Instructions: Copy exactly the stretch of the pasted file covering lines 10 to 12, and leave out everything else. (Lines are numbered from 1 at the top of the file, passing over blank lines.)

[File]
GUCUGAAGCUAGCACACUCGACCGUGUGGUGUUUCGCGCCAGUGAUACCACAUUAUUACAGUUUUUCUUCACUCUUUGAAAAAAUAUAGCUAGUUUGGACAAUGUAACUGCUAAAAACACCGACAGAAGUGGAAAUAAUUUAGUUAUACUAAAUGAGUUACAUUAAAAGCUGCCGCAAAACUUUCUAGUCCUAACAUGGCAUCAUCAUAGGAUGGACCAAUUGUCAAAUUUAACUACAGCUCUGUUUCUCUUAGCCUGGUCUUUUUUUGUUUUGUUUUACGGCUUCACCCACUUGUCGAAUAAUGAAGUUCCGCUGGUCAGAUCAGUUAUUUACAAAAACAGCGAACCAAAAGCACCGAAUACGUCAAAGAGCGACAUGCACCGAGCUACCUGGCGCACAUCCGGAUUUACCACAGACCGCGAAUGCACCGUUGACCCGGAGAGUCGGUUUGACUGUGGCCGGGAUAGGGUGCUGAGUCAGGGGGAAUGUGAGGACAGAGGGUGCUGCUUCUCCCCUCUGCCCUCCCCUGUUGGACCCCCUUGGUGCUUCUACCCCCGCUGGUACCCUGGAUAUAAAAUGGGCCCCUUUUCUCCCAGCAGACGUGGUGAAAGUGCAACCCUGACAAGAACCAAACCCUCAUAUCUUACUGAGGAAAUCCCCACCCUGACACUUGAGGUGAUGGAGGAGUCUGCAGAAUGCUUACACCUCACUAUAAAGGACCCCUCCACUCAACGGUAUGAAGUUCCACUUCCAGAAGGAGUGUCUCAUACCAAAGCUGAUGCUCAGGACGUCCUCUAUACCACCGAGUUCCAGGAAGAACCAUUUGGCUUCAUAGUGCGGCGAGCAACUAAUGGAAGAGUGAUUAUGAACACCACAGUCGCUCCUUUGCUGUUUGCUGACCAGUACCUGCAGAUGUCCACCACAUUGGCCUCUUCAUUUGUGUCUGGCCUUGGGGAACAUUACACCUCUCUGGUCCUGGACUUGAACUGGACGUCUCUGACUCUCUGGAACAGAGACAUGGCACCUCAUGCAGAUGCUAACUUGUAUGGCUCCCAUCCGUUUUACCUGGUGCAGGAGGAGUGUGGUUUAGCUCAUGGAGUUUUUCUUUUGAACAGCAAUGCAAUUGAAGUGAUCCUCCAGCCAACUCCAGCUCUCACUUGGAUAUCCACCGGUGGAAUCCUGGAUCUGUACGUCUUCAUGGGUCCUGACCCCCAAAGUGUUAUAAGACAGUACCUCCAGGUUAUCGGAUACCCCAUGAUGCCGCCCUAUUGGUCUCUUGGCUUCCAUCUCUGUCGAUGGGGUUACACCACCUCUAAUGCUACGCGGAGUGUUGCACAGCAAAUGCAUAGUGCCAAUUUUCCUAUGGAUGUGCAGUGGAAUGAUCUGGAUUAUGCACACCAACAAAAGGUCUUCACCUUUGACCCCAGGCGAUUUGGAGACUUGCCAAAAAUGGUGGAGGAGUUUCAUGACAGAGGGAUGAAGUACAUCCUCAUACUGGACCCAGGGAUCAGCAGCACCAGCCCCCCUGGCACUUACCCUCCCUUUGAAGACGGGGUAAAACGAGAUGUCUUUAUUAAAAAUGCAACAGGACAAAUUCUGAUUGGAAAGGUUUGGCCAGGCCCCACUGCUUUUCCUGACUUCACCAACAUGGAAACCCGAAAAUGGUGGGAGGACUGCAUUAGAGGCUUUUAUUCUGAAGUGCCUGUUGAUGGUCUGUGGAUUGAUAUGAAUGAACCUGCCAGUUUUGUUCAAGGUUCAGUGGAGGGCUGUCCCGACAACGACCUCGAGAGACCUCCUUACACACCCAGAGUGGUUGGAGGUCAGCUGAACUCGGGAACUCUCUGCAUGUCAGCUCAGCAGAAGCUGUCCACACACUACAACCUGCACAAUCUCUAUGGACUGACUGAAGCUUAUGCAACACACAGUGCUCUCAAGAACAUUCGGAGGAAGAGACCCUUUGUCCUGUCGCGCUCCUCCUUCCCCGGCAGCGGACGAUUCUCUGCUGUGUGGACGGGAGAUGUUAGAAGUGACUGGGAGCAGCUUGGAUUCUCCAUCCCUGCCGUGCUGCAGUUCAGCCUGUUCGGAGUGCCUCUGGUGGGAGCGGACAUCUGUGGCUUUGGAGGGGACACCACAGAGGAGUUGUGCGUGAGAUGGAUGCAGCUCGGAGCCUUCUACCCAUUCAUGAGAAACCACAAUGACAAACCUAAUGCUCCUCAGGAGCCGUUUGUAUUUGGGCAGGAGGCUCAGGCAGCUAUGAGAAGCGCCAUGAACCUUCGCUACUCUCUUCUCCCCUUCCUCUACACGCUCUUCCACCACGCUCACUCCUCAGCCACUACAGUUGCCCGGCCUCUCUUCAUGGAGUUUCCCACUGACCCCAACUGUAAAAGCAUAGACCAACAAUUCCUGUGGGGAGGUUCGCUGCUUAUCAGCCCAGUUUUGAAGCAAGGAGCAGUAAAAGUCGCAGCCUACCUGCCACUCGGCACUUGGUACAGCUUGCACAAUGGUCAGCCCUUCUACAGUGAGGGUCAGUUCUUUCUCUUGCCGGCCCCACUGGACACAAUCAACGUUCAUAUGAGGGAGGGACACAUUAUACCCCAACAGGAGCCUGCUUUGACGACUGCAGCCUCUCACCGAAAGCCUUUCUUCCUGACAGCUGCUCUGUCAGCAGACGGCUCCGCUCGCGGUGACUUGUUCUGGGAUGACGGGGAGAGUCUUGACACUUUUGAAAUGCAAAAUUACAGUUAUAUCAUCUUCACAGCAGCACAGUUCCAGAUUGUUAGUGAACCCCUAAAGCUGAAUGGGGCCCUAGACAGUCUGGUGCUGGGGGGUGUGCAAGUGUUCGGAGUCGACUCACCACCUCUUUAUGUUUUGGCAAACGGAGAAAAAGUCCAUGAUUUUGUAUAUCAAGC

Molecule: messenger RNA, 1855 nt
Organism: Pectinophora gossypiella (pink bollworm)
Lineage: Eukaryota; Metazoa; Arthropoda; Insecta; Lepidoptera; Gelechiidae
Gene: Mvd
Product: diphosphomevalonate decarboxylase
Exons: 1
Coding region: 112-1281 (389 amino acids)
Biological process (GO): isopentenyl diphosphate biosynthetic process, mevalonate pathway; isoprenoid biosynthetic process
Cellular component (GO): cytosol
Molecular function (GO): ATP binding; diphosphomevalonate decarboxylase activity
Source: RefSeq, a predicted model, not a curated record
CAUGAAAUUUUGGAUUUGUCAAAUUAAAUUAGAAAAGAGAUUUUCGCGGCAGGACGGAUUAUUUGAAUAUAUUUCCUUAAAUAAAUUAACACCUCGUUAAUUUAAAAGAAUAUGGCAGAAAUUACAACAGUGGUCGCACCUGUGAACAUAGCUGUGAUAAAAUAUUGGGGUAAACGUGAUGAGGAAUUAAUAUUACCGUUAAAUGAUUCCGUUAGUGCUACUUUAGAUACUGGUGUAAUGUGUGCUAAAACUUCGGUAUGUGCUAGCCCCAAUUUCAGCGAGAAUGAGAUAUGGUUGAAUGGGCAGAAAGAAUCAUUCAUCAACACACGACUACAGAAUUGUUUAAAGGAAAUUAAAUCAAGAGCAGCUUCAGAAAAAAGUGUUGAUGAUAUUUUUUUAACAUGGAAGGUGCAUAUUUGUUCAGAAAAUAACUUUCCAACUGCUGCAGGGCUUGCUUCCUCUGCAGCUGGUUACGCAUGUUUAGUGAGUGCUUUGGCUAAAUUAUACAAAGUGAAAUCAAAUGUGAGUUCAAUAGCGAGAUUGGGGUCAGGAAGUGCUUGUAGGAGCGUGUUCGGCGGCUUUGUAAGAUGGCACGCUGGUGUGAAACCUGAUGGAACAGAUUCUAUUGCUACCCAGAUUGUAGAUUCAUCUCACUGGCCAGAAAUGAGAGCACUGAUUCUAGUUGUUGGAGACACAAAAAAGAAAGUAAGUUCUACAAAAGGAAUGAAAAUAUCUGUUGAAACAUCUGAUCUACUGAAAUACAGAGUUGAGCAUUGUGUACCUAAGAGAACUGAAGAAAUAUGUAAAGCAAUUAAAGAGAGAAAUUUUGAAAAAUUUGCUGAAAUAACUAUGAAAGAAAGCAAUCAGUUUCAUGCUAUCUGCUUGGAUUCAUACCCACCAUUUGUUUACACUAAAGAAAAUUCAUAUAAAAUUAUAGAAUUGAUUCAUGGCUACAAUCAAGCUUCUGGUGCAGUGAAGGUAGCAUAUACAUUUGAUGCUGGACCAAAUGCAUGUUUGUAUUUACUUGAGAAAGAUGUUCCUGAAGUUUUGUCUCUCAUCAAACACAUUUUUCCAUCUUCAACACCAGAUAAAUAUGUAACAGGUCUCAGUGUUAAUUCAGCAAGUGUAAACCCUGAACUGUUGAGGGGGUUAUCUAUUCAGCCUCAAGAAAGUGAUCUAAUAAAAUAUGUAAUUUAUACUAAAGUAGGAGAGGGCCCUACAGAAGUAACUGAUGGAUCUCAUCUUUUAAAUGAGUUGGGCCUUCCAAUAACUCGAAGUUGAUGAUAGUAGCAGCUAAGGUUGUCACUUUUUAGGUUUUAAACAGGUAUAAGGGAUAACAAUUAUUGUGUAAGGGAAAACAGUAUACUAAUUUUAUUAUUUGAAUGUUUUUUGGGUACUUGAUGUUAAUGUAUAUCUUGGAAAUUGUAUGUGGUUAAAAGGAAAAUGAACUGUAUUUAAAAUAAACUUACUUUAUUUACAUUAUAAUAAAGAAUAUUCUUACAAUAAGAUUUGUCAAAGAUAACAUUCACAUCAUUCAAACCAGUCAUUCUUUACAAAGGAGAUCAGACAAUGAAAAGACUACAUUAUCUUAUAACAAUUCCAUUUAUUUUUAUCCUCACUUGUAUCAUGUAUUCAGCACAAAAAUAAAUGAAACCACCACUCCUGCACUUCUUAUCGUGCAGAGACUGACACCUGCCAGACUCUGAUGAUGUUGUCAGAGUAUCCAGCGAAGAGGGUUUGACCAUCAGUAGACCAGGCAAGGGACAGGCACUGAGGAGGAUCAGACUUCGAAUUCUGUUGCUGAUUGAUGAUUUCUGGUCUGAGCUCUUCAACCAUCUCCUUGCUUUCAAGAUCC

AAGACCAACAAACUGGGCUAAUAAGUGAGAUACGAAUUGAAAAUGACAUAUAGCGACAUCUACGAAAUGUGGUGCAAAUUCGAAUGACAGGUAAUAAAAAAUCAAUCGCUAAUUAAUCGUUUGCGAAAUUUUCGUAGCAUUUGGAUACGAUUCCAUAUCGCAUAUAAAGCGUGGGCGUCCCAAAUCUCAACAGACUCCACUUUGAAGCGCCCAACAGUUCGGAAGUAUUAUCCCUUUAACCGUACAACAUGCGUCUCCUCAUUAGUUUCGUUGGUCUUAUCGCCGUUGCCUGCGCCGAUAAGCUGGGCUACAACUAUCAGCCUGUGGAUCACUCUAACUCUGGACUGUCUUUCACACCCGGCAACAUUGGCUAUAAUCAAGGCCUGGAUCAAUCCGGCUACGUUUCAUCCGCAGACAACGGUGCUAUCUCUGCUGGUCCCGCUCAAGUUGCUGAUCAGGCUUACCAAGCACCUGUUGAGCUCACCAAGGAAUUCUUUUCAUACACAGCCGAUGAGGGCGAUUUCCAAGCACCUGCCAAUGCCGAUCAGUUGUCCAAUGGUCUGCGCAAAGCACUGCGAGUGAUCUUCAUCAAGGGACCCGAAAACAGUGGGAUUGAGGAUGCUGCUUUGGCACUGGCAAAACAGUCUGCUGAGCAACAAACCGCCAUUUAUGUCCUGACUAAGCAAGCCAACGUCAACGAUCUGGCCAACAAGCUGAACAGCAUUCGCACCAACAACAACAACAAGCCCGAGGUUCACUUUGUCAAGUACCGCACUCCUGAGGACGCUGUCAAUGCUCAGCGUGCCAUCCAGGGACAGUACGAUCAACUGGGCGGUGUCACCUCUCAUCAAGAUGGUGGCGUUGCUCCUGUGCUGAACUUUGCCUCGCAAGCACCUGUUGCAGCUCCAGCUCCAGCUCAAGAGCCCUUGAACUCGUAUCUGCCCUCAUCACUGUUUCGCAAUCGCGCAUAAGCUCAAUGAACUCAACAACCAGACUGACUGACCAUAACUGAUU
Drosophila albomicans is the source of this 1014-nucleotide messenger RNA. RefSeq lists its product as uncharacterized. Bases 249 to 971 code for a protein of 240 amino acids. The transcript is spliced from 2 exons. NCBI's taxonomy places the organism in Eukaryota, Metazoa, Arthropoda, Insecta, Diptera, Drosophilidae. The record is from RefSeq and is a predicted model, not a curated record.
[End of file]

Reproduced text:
Cellular component (GO): cytosol
Molecular function (GO): ATP binding; diphosphomevalonate decarboxylase activity
Source: RefSeq, a predicted model, not a curated record